I deal with people every day. Some are great and just want to learn, or enjoy our time together. Other people come with things that bother them, or preconceived notions or ideas. They judge me, or our congregation according to those expectations, regardless of what they mean to us. The problem is, they either reject us out of hand because of a bad experience they had, or they have a different reason for embracing what we embrace.
I once had someone react angrily when they realized that we light Shabbat candles. Instead of recognizing that we light Shabbat candles to sanctify Shabbat and to bless God’s Name, they saw it as something negative. He told me that when he was a teen, his mentally frustrated mother once beat him with candlesticks. While I deplore his mother’s abuse of him, as well as her taking something used for a blessing and turning it into a curse, I didn’t feel it was right to reject an ancient tradition because this guy suffered at the hands of his mentally unbalanced mother.
On another occasion, I had a woman who moved to our area who joined our congregation constantly compare our congregation to the one she had left. I was never as good as her former rabbi, and our congregation did everything wrong because we didn’t do it the way her former congregation did things. A year later, she moved back to her former location, and her rabbi told me he was tired of hearing that I was a better rabbi than him, and their congregation was not as good as ours.
I’ve had people attend our congregation who wanted to become members because they felt the church was doing things all wrong, and we were the “true” expression of Biblical faith. I politely let them know we were not trying to be the “true” expression of anything. We are Jewish, and we worship as our people worship. Period. I let them know that if there were things they didn’t like about their church, they probably wouldn’t like us either. Sooner or later, they figured out that we weren’t trying to be more “biblical,” and they left.
How are we supposed to deal with people’s expectations? To some extent, its a good thing to try to please people, but there is a fine line between pleasing someone and losing your own identity. If I had to get everyone’s approval to do everything, I’d never do anything. I used to worry about what people would say or think, and it kept me from doing the things I wanted. I reached the point where I figured at some time I’d be at the end of my life, and I would have either done what I wanted, or wished I had done them. I chose to do them. I care about making people happy, but not to the point that I can’t do what I want.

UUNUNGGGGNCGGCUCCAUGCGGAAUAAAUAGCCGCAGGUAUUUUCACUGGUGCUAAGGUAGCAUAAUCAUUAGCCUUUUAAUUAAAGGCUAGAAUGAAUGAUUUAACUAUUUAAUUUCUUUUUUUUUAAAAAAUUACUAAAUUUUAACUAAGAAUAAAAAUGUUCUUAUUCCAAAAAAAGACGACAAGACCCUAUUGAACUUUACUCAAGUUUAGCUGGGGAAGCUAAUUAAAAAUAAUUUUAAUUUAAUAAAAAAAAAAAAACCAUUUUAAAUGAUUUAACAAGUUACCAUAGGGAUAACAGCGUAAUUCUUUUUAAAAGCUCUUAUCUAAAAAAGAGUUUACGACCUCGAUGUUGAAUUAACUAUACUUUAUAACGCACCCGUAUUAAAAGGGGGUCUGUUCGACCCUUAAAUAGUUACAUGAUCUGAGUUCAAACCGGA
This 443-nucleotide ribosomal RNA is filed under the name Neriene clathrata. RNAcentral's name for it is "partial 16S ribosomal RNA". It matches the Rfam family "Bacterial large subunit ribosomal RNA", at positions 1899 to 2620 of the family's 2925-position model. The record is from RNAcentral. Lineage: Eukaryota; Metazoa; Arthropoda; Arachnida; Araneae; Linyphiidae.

I knew people who were very gifted and talented; they were the first ones to pitch in and help when something had to be done. They were in many ways a great blessing. The problem was that if you did or said something they disagreed with, they got upset and were out the door. They tried to steer things their way by inflicting their emotions on others. They rewarded you with their approval when they liked what you did, but punished you with their displeasure when they didn’t agree or approve. There are people like this in every congregation.
The real question we need to ask ourselves is, do we want to let other people tell us how to live and worship? As a general rule, I don’t let other people make my decisions for me. The reason I don’t, is because when something goes wrong, I’m left holding the bag, and they are nowhere to be found, or if you can find them, they are the ones leveling criticism.
I’m not writing this with anyone in particular in mind. The examples happened a long time ago. They were all people I cared about, and could be any of us. My point is not those people or their actions, but rather, our response to others. You can’t make wise decisions based on other people’s excess baggage. If I do something, I want it to be because I believe it’s the right thing to do, not because it will pacify someone. In the long run, that’s what really matters.